Cloudy with a Chance of Meatballs: A Visual Feast with a Side of Social Commentary
I have to admit, I wasn't expecting much when I first took my seat in the theater to preview Cloudy with a Chance of Meatballs, a 3-D animated comedy based on the popular children's book. At the very least, I hoped it would be better than G-Force, that painful guinea pig action caper from Disney that I endured (for my kids' sake) earlier in the summer. But as the lights went down and the screen lit up, I was almost immediately transfixed by the zesty exuberance, frantic pace, and sheer ridiculousness of this loud and colorful film. The movie swings with wackiness, wonder, and truth. And, most of all, food.
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Cloudy is the story of Flint Lockwood (voiced by Saturday Night Live's Bill Hader), an eccentric but good-hearted science geek who, after many failed inventions, finally finds success with his creation of a machine that converts water into food.
Flint lives in Swallow Falls, a fishing town off the Atlantic coast known for its sardines. But when the sardine trade goes flat, Swallow Falls becomes like any number of today's recession-ravaged, working-class towns -- think Detroit or Youngstown or Gary -- whose primary industry has become more a nostalgic memory than a present reality. The community is left searching for a reason to exist.
When Flint's miraculous contraption causes cheeseburgers to rain on the town, Swallow Falls is transformed from a sad and forgotten island into an international tourist attraction that glistens with vibrant hues as a smorgasbord of epicurean delights descend from the sky like high-calorie manna from heaven -- steaks, hotdogs, cake, ice cream. Flint is transformed personally, too, moving overnight from outcast to coolest guy in town, and grabbing the attention of perky weather reporter Sam Sparks (voiced by Anna Faris). Flint helps Sam rediscover her true geeky self, and Sam helps Flint stay true to his own values.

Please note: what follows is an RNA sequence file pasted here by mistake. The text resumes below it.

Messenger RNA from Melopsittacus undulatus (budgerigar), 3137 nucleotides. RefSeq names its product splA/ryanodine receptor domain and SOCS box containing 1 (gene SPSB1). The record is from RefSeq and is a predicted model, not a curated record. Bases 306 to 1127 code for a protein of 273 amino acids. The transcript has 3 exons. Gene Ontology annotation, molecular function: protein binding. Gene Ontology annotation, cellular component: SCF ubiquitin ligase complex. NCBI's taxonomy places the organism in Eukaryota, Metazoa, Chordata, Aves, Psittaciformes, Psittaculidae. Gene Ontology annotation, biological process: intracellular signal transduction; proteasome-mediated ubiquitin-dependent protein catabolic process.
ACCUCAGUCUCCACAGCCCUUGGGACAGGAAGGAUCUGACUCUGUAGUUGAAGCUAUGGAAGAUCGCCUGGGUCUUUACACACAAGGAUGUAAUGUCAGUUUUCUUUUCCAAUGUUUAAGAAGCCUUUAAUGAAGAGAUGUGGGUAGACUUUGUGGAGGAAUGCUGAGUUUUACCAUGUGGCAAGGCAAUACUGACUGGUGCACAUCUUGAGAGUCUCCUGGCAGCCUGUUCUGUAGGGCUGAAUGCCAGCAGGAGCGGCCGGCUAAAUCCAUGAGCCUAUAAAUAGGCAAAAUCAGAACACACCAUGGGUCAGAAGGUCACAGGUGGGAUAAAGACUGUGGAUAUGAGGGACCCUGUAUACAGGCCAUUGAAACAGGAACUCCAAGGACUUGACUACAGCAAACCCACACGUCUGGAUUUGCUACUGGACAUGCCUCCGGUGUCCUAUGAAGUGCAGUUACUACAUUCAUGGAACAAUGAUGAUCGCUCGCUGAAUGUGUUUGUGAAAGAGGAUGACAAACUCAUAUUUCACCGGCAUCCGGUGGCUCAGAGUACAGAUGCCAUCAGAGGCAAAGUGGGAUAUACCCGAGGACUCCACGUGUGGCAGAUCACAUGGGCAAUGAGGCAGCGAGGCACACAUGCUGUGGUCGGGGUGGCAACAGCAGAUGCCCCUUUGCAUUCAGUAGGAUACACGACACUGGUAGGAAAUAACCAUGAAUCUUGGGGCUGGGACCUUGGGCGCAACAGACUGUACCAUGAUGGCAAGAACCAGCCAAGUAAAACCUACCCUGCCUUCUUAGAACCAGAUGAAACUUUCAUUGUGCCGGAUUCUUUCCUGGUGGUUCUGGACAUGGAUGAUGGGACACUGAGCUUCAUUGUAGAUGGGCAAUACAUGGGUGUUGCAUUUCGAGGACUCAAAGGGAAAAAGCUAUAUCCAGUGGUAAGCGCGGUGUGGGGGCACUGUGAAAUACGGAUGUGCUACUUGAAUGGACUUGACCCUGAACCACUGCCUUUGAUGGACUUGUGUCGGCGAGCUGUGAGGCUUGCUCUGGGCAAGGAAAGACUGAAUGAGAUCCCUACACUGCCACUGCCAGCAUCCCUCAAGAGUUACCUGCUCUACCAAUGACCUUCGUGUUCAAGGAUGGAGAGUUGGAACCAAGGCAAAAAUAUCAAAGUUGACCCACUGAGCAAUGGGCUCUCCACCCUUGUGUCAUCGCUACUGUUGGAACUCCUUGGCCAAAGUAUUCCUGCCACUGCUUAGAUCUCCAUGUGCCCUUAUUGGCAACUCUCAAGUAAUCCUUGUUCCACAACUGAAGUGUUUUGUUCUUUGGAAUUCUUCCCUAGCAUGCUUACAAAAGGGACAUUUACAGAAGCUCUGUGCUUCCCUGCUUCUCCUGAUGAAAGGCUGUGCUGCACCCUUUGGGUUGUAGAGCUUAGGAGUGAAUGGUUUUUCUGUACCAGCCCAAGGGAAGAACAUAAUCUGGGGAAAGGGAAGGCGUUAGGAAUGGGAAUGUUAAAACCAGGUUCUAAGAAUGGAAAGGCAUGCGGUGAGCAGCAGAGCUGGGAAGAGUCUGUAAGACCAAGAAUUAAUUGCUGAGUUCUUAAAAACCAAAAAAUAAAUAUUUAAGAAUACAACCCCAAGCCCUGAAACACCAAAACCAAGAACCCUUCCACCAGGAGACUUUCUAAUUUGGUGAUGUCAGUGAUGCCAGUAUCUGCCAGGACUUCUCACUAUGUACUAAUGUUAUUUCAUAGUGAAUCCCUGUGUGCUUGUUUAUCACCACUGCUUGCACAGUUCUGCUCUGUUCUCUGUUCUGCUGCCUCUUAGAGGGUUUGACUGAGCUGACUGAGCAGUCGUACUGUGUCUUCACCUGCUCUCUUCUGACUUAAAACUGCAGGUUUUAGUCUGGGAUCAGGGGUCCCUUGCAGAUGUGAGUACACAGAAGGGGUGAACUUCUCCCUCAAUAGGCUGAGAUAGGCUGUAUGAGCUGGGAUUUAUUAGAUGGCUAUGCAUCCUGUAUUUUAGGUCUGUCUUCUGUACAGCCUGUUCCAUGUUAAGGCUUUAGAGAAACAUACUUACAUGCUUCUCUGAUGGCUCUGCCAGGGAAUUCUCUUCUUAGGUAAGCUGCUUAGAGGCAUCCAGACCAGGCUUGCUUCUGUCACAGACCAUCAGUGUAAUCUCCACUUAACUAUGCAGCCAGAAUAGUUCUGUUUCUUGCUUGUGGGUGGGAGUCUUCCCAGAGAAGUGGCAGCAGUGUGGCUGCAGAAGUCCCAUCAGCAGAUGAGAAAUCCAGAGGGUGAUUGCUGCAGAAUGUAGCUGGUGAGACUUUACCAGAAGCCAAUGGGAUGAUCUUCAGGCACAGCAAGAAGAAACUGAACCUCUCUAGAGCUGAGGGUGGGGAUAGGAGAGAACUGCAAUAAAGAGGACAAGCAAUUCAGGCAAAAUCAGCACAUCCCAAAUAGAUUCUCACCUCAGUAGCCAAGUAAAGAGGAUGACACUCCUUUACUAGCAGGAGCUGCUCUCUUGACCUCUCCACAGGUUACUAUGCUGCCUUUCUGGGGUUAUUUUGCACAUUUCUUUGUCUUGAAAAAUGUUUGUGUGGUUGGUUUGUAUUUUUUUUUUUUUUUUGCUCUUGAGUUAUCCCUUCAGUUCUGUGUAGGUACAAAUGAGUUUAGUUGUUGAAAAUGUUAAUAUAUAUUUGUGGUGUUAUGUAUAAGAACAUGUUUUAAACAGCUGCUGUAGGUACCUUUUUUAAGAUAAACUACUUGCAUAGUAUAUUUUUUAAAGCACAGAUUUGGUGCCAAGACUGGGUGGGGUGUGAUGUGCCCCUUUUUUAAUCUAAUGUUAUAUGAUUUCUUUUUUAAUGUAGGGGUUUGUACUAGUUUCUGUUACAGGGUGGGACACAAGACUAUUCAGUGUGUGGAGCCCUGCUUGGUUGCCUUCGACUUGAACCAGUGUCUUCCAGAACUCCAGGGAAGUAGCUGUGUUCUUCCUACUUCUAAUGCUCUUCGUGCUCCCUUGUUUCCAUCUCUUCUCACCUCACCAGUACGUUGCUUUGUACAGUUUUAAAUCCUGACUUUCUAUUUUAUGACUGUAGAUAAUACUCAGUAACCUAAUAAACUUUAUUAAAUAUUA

The evil villain, which any good 3-D animated movie must have, is the town's mayor (voiced by the deliciously creepy Bruce Campbell), who embodies most of the Seven Deadly Sins, particularly greed and gluttony. Mayor Shelbourne loves a good hamburger and sees Flint's invention as the fulfillment of all his grandiose dreams for Swallow Falls -- and as a way of satisfying his mammoth appetite for all-you-can-eat buffets. The mayor's rapidly expanding waistline symbolizes the entire town's voracious desire for ever-larger quantities and portions of Flint's magical cuisine. But, as you might expect, there's a price to pay for their unrestrained consumption.
Cloudy with a Chance of Meatballs's morality is similar yet different from the Disney/Pixar formula of friendship, loyalty, and redemption that has become the gold standard for all other family-friendly animated films. While Cloudy follows that recipe, it also swings wildly into directions all its own, combining outrageous physical and situational humor (Mr. T's voicing of the stern yet silly police chief is especially fun) with an undercurrent of social commentary. In fact, at times I found myself comparing Cloudy not to Pixar's Up or DreamWorks's Monsters vs. Aliens (the year's reigning animated blockbusters) but to Food, Inc., the provocative documentary about the questionable methods of our nation's food industry and how it cleverly manipulates our desires while endangering our health.
Go see Cloudy with a Chance of Meatballs (and I do recommend you see it, whether you have little ones or not) expecting a rip-roaringly fun time at the movies. But also stay attentive to its deeper messages about family values, personal integrity, and our individual and collective roles in the proliferation of social decay. This film has plenty of food for thought; it literally flies off the screen for you to devour.
Edward Gilbreath is director of editorial for Urban Ministries Inc., editor of UrbanFaith.com, and the author of Reconciliation Blues: A Black Evangelical's Inside View of White Christianity. He blogs at Reconciliation Blog. This article appears courtesy of a partnership with UrbanFaith.com.